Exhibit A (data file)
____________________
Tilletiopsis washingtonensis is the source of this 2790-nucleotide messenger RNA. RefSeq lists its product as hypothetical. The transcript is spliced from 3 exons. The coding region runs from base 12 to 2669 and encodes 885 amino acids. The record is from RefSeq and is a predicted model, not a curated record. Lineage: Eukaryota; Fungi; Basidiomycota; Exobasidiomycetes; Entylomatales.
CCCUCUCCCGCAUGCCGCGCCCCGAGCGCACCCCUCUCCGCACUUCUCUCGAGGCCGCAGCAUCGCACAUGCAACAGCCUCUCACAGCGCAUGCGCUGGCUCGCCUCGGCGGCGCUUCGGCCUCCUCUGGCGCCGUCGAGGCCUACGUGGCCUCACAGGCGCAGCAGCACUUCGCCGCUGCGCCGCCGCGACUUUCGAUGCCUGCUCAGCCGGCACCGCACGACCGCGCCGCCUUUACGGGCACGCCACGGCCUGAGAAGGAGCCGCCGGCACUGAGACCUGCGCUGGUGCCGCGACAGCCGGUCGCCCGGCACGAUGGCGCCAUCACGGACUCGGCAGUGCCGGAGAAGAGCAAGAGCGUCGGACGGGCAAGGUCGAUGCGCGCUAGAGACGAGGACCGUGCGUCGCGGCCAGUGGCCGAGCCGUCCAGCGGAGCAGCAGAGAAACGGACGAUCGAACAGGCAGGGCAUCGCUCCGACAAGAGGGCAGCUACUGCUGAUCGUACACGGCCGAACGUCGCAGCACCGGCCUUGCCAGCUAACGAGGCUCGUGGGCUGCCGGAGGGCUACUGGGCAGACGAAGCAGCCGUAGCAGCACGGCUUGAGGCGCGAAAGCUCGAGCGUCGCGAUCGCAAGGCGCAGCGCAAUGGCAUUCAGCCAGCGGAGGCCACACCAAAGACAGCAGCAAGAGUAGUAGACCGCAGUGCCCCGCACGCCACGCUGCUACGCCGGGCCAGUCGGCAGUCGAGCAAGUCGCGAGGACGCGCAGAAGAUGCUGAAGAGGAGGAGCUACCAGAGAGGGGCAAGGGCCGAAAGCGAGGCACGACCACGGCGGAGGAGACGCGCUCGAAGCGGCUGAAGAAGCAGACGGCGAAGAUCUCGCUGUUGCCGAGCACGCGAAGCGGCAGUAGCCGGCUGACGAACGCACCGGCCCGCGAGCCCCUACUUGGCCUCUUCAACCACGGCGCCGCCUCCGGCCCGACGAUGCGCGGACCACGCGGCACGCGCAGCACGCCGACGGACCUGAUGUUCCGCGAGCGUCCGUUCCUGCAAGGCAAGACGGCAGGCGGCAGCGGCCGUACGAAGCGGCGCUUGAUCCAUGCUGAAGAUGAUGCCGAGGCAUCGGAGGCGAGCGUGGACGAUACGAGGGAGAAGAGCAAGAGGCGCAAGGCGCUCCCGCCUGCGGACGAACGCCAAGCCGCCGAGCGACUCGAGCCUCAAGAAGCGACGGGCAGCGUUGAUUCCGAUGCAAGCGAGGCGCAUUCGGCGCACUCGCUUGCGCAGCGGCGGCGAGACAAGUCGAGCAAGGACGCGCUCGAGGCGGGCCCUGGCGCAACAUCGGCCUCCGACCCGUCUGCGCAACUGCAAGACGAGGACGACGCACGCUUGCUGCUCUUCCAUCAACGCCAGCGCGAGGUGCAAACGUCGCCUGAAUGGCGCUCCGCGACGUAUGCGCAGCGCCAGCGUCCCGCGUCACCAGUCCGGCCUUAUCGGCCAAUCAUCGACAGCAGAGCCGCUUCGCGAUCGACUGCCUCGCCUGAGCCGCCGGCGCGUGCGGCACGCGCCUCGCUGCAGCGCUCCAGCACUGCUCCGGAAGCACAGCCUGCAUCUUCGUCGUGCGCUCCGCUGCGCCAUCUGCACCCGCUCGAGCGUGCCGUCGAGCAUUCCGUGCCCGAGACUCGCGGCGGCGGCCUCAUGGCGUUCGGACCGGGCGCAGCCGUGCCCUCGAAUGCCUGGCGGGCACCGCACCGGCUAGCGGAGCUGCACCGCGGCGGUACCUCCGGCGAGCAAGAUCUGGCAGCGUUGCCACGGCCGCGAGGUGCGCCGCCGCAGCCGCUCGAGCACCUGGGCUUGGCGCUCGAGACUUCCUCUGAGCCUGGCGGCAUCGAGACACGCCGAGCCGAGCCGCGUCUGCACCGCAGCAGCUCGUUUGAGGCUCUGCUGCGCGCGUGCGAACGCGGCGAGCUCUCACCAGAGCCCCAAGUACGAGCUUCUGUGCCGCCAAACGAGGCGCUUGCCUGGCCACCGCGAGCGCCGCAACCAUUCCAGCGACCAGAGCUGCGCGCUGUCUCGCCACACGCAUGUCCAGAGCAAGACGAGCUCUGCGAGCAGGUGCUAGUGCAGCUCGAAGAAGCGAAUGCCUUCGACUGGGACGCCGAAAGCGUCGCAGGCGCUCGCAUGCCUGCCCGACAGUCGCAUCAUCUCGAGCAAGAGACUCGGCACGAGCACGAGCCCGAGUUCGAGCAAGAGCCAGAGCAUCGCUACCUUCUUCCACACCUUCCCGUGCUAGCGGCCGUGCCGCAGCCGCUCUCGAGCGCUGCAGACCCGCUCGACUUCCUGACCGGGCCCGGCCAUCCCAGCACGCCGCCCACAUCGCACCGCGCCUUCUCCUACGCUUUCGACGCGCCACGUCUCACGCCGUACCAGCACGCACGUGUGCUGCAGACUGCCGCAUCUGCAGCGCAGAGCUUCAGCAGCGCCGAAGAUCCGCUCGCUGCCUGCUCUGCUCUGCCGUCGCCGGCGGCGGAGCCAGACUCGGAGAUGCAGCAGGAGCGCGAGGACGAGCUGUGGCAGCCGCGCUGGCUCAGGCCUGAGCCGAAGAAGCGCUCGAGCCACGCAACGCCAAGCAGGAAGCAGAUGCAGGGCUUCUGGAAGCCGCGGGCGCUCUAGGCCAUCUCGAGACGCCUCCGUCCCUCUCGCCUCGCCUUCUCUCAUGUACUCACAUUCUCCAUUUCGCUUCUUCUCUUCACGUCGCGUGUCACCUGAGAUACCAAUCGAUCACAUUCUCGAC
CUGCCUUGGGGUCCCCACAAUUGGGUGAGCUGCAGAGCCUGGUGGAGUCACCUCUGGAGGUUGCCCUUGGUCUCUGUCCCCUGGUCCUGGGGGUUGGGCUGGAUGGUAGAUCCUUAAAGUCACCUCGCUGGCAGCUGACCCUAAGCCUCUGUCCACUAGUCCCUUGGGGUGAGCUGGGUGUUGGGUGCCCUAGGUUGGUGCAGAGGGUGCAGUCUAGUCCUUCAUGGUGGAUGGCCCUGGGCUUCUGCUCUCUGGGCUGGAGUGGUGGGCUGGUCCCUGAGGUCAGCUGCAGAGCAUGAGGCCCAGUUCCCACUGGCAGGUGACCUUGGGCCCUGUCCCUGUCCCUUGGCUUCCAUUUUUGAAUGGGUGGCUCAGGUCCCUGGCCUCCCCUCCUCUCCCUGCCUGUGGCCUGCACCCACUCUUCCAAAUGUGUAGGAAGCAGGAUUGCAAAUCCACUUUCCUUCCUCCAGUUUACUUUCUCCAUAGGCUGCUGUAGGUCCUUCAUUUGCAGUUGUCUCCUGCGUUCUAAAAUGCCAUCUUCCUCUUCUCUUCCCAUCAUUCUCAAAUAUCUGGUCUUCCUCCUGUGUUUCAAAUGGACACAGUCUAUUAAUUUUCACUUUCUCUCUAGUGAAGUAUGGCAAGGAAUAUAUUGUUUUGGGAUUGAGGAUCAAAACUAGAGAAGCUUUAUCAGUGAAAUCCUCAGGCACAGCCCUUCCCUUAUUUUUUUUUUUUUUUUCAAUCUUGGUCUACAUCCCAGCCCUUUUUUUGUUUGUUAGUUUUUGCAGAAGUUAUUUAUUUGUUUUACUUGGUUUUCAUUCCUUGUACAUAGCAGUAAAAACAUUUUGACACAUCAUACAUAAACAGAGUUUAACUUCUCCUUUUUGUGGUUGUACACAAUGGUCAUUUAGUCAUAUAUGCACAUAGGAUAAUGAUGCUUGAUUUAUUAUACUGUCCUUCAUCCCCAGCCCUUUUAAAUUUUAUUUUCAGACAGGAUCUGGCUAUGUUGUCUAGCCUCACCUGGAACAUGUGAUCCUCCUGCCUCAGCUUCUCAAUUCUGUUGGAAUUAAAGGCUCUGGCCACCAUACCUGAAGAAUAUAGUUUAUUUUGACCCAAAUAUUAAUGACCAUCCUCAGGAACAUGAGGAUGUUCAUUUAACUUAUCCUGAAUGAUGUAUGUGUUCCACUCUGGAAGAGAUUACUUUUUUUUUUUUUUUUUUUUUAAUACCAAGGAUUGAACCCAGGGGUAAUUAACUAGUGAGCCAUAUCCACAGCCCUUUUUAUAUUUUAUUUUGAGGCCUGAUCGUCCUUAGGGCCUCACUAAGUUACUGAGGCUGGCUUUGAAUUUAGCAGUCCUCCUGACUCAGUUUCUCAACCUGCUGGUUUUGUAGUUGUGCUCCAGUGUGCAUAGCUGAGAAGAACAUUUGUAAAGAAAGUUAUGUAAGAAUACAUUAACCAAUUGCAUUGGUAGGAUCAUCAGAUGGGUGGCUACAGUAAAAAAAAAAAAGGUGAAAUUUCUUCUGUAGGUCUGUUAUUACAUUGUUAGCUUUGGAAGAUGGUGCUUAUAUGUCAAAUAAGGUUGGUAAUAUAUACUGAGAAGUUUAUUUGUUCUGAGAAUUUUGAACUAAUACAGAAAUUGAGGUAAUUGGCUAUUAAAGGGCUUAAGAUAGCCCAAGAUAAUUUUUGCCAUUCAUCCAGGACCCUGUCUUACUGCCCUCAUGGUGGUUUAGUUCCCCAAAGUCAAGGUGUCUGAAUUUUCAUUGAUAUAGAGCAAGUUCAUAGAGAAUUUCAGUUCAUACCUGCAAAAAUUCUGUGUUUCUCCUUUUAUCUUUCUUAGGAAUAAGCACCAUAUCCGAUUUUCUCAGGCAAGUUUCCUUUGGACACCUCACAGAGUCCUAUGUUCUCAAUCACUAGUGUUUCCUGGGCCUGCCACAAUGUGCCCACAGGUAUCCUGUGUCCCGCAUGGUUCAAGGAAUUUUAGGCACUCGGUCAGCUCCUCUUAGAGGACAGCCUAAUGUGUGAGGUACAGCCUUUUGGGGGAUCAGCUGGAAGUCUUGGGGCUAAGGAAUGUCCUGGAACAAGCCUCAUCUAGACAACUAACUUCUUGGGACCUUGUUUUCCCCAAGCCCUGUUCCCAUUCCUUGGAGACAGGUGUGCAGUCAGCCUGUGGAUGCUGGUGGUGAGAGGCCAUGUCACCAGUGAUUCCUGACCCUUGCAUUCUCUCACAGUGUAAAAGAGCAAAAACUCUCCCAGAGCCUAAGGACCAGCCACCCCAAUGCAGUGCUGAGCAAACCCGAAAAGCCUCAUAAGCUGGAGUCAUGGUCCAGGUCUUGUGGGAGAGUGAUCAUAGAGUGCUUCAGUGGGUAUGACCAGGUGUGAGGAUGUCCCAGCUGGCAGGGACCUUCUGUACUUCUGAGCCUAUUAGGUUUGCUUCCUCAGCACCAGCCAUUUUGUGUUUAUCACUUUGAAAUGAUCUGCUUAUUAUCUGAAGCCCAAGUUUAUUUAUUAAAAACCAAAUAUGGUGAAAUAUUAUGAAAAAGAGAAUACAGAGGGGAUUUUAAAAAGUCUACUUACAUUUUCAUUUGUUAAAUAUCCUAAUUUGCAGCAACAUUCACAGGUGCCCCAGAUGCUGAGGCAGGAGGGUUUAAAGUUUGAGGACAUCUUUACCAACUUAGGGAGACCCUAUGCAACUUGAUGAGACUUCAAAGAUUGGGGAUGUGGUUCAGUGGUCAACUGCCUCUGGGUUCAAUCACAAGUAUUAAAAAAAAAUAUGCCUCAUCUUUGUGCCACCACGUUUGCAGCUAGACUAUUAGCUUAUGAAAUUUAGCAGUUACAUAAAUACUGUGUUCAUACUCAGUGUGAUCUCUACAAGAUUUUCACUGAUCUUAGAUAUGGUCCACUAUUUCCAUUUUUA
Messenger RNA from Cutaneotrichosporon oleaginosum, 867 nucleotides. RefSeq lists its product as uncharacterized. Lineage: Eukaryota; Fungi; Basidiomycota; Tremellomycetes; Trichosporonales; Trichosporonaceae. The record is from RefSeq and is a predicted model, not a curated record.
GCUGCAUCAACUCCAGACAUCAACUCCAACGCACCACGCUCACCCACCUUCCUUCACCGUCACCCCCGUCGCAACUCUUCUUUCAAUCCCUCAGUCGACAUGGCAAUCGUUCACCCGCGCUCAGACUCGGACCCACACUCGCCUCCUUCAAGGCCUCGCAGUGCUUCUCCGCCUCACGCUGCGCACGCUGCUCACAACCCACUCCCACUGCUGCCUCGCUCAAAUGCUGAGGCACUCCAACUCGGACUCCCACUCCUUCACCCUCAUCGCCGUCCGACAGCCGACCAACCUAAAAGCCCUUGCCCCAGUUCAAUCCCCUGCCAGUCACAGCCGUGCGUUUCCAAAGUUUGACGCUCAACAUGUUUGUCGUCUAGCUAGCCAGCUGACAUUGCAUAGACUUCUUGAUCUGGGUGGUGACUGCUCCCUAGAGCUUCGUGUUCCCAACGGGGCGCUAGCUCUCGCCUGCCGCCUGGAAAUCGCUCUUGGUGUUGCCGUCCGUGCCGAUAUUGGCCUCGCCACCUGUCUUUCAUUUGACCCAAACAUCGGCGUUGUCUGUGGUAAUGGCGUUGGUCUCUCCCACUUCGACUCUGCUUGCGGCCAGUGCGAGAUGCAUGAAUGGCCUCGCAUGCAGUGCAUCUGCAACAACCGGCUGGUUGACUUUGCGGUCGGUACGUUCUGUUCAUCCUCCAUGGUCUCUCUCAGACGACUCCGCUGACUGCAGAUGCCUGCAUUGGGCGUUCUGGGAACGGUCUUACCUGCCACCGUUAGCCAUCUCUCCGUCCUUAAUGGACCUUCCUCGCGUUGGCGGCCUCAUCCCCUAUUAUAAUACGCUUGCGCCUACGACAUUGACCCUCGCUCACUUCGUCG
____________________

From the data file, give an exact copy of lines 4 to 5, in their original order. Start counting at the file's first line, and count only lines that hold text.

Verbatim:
Messenger RNA from Cutaneotrichosporon oleaginosum, 867 nucleotides. RefSeq lists its product as uncharacterized. Lineage: Eukaryota; Fungi; Basidiomycota; Tremellomycetes; Trichosporonales; Trichosporonaceae. The record is from RefSeq and is a predicted model, not a curated record.
GCUGCAUCAACUCCAGACAUCAACUCCAACGCACCACGCUCACCCACCUUCCUUCACCGUCACCCCCGUCGCAACUCUUCUUUCAAUCCCUCAGUCGACAUGGCAAUCGUUCACCCGCGCUCAGACUCGGACCCACACUCGCCUCCUUCAAGGCCUCGCAGUGCUUCUCCGCCUCACGCUGCGCACGCUGCUCACAACCCACUCCCACUGCUGCCUCGCUCAAAUGCUGAGGCACUCCAACUCGGACUCCCACUCCUUCACCCUCAUCGCCGUCCGACAGCCGACCAACCUAAAAGCCCUUGCCCCAGUUCAAUCCCCUGCCAGUCACAGCCGUGCGUUUCCAAAGUUUGACGCUCAACAUGUUUGUCGUCUAGCUAGCCAGCUGACAUUGCAUAGACUUCUUGAUCUGGGUGGUGACUGCUCCCUAGAGCUUCGUGUUCCCAACGGGGCGCUAGCUCUCGCCUGCCGCCUGGAAAUCGCUCUUGGUGUUGCCGUCCGUGCCGAUAUUGGCCUCGCCACCUGUCUUUCAUUUGACCCAAACAUCGGCGUUGUCUGUGGUAAUGGCGUUGGUCUCUCCCACUUCGACUCUGCUUGCGGCCAGUGCGAGAUGCAUGAAUGGCCUCGCAUGCAGUGCAUCUGCAACAACCGGCUGGUUGACUUUGCGGUCGGUACGUUCUGUUCAUCCUCCAUGGUCUCUCUCAGACGACUCCGCUGACUGCAGAUGCCUGCAUUGGGCGUUCUGGGAACGGUCUUACCUGCCACCGUUAGCCAUCUCUCCGUCCUUAAUGGACCUUCCUCGCGUUGGCGGCCUCAUCCCCUAUUAUAAUACGCUUGCGCCUACGACAUUGACCCUCGCUCACUUCGUCG